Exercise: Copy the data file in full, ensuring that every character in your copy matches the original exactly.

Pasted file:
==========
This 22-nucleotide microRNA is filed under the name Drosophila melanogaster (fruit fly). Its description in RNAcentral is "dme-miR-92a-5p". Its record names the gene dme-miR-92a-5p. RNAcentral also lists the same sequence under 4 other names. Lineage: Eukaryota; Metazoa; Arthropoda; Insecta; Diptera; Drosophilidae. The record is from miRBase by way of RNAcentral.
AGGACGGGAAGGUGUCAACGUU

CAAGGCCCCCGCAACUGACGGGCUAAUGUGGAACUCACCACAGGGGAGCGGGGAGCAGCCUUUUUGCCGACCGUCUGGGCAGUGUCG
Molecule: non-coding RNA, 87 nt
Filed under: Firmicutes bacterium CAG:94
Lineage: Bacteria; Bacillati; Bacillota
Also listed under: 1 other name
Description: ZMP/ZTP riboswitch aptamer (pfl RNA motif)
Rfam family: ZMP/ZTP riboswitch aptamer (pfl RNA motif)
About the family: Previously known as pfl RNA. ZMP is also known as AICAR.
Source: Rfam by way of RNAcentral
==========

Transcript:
This 22-nucleotide microRNA is filed under the name Drosophila melanogaster (fruit fly). Its description in RNAcentral is "dme-miR-92a-5p". Its record names the gene dme-miR-92a-5p. RNAcentral also lists the same sequence under 4 other names. Lineage: Eukaryota; Metazoa; Arthropoda; Insecta; Diptera; Drosophilidae. The record is from miRBase by way of RNAcentral.
AGGACGGGAAGGUGUCAACGUU

CAAGGCCCCCGCAACUGACGGGCUAAUGUGGAACUCACCACAGGGGAGCGGGGAGCAGCCUUUUUGCCGACCGUCUGGGCAGUGUCG
Molecule: non-coding RNA, 87 nt
Filed under: Firmicutes bacterium CAG:94
Lineage: Bacteria; Bacillati; Bacillota
Also listed under: 1 other name
Description: ZMP/ZTP riboswitch aptamer (pfl RNA motif)
Rfam family: ZMP/ZTP riboswitch aptamer (pfl RNA motif)
About the family: Previously known as pfl RNA. ZMP is also known as AICAR.
Source: Rfam by way of RNAcentral